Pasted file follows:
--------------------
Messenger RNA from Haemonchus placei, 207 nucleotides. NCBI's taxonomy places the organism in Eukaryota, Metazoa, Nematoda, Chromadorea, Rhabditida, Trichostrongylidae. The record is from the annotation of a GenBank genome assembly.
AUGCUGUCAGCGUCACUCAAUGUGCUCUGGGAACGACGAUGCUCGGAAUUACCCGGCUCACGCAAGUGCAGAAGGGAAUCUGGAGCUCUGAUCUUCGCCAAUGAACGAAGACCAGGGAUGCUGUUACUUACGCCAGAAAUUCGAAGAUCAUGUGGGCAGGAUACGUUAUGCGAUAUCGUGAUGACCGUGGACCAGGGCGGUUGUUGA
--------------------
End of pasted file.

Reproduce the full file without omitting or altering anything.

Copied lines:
Messenger RNA from Haemonchus placei, 207 nucleotides. NCBI's taxonomy places the organism in Eukaryota, Metazoa, Nematoda, Chromadorea, Rhabditida, Trichostrongylidae. The record is from the annotation of a GenBank genome assembly.
AUGCUGUCAGCGUCACUCAAUGUGCUCUGGGAACGACGAUGCUCGGAAUUACCCGGCUCACGCAAGUGCAGAAGGGAAUCUGGAGCUCUGAUCUUCGCCAAUGAACGAAGACCAGGGAUGCUGUUACUUACGCCAGAAAUUCGAAGAUCAUGUGGGCAGGAUACGUUAUGCGAUAUCGUGAUGACCGUGGACCAGGGCGGUUGUUGA